Ovarian Cancer Treatment Drugs and Unmet Needs
Ovarian Cancer is a type of cancer that starts in Ovaries when the cells in the ovaries keep on dividing abnormally. It can affect either one or both the
ovaries. Cancers that start in the ovaries can metastasize to other parts of the body. Ovarian cancer is not a single disease but can be defined as a cluster of different malignancies involving the ovaries. Most of the Ovarian Cancers start in the epithelium or outer lining of the ovaries or fallopian tubes. The tumour which begins in the hormone-producing cells inside the ovaries and is usually detected early known as Stromal Ovarian Cancer. The rarest one begins in the egg-producing cells of the females and affects young women is referred to as Germ cell tumours. Most of the times the Ovarian Cancer goes undetected because of no or very few symptoms until it has reached the pelvic and abdominal area of the woman suffering. And by then, cancer becomes difficult to treat.
Treatment for Ovarian Cancer depends on the type of cells affected. As mentioned above, Ovarian Cancer goes undetected until it has spread and become fatal. So, a therapy which can reverse the damage done by the ovarian cancer is indispensable. If we take an account of the past few years, the Ovarian Cancer had only a few treatment options. But there is still hope. New targeted treatments are in the market or expected to be available soon, which will be able to target cancerous cells.
Pharmaceutical companies are majorly focusing on the research work to find better treatments for Ovarian Cancer. The Treatment options available are based on the stages of the Ovarian Cancer. Some of the options are Surgery, Radiation Therapy, Chemotherapy, Hormone Therapy and Targeted Therapy. Chemotherapy is the first line of the defence, can either be administered either in Combination or in Single agent regimen. Targeted therapy used to treat cancer is different in a way that it targets specific genes or cells that primarily causes cancer.
Avastin (Bevacizumab) is a recombinant humanized monoclonal IgG1 antibody, which acts as an angiogenesis inhibitor by blocking its target, vascular endothelial growth factor A (VEGF-A). This prevents the growth and proliferation of cancer cells. VEGF-A is a chemical signal that stimulates angiogenesis in a variety of diseases, especially in cancer. Bevacizumab was the first clinically available angiogenesis inhibitor in the United States.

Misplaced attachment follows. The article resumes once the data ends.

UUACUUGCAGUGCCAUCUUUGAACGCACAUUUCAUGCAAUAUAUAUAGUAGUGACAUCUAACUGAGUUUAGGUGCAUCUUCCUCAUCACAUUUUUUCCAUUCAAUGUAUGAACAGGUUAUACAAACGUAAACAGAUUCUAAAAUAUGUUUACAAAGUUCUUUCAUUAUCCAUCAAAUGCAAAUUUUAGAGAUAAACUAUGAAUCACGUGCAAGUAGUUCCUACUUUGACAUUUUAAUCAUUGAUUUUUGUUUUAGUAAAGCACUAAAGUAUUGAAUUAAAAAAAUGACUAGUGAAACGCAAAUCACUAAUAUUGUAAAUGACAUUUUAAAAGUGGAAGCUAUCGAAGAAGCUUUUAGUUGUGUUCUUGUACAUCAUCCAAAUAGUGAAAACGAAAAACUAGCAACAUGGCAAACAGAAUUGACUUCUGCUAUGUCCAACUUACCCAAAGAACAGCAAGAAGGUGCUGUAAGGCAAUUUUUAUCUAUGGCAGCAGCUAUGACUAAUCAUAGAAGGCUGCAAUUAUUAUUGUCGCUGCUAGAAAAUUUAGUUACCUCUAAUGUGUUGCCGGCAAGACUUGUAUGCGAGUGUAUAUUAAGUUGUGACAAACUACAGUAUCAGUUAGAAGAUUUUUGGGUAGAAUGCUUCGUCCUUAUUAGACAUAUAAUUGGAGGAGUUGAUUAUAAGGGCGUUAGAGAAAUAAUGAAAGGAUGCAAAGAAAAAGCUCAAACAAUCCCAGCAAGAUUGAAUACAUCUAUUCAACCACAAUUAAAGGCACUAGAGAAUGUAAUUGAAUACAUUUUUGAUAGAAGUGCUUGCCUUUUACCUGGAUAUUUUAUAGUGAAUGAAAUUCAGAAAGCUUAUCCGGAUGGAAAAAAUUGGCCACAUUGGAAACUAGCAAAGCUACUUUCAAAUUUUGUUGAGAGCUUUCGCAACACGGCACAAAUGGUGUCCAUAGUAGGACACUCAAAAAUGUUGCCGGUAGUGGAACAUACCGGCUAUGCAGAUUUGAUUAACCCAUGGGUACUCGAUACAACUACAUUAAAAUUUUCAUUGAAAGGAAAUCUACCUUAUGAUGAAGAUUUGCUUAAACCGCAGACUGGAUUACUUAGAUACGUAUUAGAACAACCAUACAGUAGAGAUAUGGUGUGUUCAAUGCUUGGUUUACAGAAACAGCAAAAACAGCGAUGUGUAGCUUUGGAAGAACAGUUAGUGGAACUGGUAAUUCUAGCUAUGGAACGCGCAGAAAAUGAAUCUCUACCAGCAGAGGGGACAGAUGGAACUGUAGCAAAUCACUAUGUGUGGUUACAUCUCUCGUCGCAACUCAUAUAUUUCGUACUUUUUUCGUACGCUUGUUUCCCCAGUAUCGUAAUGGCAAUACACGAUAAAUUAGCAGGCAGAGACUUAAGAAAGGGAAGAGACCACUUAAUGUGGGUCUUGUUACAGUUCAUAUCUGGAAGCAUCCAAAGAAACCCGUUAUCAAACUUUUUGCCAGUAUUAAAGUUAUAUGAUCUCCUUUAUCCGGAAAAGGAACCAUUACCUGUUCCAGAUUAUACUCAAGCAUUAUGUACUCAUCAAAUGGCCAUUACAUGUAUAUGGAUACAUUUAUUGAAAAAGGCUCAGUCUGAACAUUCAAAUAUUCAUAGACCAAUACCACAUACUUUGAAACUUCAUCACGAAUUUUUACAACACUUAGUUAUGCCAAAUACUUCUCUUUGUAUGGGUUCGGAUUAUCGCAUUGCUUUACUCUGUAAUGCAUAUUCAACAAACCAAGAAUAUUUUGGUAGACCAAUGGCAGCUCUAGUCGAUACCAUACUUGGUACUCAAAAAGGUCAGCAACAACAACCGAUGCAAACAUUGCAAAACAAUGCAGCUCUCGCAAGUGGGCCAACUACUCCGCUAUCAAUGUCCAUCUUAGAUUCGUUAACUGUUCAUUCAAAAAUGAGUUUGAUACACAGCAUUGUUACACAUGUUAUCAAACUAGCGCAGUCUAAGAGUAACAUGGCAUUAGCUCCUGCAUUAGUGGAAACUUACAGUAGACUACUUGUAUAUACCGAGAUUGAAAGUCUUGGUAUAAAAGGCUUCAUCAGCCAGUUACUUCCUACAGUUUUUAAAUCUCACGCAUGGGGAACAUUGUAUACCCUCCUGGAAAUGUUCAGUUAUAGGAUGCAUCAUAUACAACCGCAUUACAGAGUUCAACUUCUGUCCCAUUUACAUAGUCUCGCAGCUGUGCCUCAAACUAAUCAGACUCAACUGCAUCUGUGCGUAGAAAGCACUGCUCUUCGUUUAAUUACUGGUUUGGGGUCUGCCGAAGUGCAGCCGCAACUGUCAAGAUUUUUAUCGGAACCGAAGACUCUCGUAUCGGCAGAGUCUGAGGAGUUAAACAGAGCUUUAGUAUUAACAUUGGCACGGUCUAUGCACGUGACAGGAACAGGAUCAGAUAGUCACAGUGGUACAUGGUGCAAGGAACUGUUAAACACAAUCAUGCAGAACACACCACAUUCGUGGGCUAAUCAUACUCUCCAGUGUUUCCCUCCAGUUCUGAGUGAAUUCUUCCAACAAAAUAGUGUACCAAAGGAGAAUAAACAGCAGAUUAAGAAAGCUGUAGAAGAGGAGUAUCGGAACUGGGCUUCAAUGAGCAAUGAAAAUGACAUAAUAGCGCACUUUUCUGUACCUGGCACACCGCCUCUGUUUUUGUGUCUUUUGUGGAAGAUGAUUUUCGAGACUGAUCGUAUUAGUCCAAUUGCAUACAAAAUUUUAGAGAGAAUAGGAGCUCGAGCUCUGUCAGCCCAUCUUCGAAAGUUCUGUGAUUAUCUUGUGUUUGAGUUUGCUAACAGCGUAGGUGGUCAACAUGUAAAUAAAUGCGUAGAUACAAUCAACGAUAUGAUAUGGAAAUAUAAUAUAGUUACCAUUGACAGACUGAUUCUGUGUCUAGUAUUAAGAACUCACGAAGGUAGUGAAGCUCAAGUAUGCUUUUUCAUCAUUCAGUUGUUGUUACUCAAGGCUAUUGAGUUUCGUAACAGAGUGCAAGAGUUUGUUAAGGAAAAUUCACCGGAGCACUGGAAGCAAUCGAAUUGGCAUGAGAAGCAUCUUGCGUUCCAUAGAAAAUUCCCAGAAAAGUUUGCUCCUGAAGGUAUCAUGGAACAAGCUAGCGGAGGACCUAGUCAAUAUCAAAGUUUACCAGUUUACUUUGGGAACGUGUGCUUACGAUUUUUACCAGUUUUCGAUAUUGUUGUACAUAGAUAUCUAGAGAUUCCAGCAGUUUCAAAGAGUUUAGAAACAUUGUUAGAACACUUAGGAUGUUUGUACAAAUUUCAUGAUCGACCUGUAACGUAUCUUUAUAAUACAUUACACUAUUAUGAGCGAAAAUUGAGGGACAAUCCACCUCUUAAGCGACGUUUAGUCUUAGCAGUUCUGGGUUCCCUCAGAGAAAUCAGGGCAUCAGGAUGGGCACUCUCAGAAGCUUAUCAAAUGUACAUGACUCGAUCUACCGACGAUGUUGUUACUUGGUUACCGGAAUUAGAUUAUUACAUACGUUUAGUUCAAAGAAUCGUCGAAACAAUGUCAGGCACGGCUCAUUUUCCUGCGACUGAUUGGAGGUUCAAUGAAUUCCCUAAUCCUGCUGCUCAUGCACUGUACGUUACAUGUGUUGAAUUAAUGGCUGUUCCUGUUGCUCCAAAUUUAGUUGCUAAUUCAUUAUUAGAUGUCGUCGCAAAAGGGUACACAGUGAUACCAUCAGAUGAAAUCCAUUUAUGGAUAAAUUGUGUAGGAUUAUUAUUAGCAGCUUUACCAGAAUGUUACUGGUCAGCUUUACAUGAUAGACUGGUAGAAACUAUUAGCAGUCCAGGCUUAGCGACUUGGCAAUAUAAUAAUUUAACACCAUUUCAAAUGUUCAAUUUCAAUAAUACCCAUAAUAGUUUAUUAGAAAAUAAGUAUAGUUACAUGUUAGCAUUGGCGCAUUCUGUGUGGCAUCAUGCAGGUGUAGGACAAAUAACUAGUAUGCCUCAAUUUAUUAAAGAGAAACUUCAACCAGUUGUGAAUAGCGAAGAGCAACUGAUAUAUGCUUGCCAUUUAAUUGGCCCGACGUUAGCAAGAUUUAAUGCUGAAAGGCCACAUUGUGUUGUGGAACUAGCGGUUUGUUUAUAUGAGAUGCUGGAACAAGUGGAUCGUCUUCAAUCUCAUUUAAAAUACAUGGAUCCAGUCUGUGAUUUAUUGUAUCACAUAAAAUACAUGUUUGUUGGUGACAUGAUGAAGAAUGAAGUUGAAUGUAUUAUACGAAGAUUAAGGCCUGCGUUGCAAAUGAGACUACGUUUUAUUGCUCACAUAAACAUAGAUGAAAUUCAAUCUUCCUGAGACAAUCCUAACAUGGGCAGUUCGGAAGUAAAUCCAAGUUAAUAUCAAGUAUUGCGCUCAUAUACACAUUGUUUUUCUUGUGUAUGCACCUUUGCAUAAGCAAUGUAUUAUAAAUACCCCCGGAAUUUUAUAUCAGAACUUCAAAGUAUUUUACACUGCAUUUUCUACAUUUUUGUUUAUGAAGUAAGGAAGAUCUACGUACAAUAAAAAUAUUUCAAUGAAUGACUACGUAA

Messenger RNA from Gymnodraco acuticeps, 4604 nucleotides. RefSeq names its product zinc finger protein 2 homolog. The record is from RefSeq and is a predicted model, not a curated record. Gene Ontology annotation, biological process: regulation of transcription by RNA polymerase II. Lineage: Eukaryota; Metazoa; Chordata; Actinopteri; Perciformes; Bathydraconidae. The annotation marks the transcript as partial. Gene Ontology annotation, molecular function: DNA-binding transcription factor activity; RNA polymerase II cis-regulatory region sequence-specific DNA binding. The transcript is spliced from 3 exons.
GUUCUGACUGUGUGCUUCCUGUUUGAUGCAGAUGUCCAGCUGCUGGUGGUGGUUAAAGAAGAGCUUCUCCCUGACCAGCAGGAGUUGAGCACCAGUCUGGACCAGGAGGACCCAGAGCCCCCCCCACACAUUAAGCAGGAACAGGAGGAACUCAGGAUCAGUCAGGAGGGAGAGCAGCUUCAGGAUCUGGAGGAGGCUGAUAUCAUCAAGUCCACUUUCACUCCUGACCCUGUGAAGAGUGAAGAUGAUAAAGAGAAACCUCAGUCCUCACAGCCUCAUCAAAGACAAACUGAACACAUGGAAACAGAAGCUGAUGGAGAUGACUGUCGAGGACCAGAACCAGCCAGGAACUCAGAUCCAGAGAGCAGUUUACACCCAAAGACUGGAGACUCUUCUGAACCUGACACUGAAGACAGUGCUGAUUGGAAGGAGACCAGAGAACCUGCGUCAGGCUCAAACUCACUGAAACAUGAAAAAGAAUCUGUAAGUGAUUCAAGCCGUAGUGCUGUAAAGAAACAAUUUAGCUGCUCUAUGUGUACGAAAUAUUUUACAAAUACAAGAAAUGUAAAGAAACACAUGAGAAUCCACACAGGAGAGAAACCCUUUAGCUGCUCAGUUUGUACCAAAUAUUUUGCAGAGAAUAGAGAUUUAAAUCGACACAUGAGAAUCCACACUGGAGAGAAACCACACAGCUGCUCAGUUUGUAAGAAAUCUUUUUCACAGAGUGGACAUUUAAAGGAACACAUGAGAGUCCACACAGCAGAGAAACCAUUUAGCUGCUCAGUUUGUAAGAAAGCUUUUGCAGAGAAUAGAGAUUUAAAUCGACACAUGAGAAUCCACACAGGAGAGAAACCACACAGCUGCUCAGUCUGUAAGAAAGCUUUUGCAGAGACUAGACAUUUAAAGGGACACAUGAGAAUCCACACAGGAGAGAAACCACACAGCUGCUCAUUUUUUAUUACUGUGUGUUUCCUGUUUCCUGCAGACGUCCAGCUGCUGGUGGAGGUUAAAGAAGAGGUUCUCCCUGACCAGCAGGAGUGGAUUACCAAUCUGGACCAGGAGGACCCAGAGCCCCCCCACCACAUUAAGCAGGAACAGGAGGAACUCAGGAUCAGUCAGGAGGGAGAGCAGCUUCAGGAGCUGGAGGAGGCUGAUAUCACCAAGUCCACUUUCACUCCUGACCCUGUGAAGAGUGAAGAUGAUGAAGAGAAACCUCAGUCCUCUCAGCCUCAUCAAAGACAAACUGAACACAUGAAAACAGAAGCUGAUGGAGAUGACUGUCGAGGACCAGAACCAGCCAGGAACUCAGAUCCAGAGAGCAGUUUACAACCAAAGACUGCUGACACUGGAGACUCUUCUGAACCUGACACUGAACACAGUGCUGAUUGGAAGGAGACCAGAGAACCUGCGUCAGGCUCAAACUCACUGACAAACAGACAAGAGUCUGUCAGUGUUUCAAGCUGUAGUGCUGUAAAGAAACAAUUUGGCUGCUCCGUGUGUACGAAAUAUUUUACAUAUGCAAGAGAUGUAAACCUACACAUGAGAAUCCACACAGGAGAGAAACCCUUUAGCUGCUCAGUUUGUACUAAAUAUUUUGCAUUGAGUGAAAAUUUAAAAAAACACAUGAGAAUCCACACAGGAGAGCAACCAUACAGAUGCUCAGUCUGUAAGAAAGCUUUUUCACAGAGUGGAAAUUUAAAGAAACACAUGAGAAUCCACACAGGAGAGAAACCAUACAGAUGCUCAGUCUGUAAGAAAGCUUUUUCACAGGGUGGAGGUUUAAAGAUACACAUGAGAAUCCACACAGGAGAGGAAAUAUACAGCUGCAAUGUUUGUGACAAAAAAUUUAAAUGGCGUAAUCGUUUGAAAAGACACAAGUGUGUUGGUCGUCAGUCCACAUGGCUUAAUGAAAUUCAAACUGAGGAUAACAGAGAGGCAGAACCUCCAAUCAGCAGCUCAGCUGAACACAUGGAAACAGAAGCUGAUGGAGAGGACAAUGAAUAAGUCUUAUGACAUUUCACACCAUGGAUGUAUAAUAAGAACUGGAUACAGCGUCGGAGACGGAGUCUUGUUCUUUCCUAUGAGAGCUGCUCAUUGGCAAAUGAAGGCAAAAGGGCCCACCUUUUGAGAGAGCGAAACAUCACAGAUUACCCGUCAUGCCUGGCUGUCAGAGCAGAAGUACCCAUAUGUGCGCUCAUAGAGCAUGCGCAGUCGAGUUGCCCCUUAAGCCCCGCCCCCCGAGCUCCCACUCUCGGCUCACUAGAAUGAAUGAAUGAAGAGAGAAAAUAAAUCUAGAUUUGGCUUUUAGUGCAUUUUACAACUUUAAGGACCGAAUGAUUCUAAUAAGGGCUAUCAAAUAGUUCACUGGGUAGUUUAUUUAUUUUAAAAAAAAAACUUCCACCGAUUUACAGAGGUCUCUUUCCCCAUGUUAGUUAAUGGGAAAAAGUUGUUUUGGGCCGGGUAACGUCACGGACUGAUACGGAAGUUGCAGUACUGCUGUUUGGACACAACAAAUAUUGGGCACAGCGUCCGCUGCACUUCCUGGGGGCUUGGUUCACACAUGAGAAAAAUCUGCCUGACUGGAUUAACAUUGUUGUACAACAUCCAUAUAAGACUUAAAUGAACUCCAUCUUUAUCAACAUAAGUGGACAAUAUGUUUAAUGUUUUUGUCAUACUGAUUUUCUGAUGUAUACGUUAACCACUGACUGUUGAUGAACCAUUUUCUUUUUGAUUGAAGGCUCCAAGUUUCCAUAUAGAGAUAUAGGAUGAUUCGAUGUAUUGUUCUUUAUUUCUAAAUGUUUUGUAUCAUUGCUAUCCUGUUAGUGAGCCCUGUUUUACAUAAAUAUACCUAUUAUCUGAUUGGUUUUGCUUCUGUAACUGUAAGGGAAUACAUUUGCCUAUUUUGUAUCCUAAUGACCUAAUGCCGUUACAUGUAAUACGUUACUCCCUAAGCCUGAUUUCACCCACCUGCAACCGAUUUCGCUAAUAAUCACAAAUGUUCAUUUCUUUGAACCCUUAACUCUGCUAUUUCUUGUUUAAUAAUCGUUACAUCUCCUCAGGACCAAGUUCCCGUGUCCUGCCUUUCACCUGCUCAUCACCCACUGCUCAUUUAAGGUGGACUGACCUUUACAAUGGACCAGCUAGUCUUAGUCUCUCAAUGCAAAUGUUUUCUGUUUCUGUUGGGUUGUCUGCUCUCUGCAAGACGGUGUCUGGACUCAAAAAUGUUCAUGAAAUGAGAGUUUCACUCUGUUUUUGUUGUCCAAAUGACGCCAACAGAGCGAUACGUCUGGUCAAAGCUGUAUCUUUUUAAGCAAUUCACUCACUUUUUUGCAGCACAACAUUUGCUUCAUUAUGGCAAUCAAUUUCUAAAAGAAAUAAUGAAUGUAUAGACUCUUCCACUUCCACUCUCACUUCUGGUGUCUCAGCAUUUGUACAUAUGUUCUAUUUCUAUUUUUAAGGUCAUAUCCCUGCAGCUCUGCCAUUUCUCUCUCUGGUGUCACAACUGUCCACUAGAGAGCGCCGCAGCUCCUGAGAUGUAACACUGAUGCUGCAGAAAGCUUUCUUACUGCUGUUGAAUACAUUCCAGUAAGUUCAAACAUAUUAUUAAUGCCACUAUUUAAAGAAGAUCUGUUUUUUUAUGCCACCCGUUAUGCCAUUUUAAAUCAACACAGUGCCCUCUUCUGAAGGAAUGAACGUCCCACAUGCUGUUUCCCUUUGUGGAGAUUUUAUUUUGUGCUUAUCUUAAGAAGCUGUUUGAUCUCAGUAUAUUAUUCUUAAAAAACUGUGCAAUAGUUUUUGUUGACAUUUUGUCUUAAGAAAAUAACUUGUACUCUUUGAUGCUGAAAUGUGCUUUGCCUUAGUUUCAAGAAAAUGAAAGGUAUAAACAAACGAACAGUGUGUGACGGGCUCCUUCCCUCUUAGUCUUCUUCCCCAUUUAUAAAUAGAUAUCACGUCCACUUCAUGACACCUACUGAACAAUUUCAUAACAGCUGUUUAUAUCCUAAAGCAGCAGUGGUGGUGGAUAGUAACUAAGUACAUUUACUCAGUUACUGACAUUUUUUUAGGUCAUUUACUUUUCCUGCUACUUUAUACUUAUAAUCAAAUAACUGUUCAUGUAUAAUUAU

Bevacizumab was approved by the U.S. Food and Drug Administration (FDA) for certain metastatic cancers. It received its first approval in 2004, for combination use with standard chemotherapy for metastatic colon cancer. Since then, the drug has been approved for use in certain lung cancers, renal cancers, ovarian cancers, and glioblastoma multiforme of the brain.
The FDA has approved Avastin, in combination with paclitaxel, pegylated liposomal doxorubicin or topotecan to treat platinum-resistant recurrent epithelial ovarian, fallopian tube or primary peritoneal cancer; whose have received no more than two prior chemotherapy treatments. The drug is being marketed by Genentech (Roche). On September 16, 2014, Genentech re-classified the drug under “Speciality Drugs” only to be available at “special pharmacies”. The treatment is very expensive, cost going up to USD100,000 a year in the United States.
Niraparib, being tested for its efficacy as the fourth line of therapy, is typically used to treat recurrent platinum-resistant or refractory ovarian cancer, after chemotherapy has been given to patients. This drug can be used despite the fact if the patient suffering has undergone BRCA gene mutation or not. Knowing the fact that response to Chemotherapy as the fourth line of defence, is less than 10%, Niraparib was much more successful. However, it can also lead to some side effects like nausea, vomiting, diarrhoea, fatigue, loss of appetite, taste changes, low red blood cell counts (anaemia), belly pain, and muscle and joint pain.
Olaparib is used to treat advanced ovarian cancer in response to platinum-based chemotherapy (containing cisplatin or carboplatin). This drug can be used in women with BRCA mutation. Also known by its brand name Lynparza it is used for cancer which has returned. During recent trials conducted, it was successful in reducing the risk of cancer progressing by 70%. Olaparib proved to be the only PARP-inhibitor to make an improvement in the progression-free living of the patients. Common side effects include tiredness and weakness (fatigue), breathlessness, paler look, sick- feeling, diarrhoea, loss of appetite, dizziness and cough.
Rucaparib also is known as Rubraca, is an indicated anti-cancer treatment. Given as monotherapy to patients with deleterious germ-line or somatic BRCA mutation associated with advanced Ovarian Cancer who already has been given chemotherapy. Common side effects include an increase in serum creatinine, fatigue, nausea, vomiting, decreased lymphocyte count, anaemia, constipation, increase in body cholesterol and diarrhoea.
Many more trials are going on to bring relief to the women who are struggling with Ovarian Cancer. Despite the successful removal of the tumour, in the majority of ovarian cancer patients, cancer relapses. Today many pharmaceuticals are working towards fulfilling the unmet needs of the patients including early detection, better prognosis, reducing the recurrence rate and increasing the time between the treatments.
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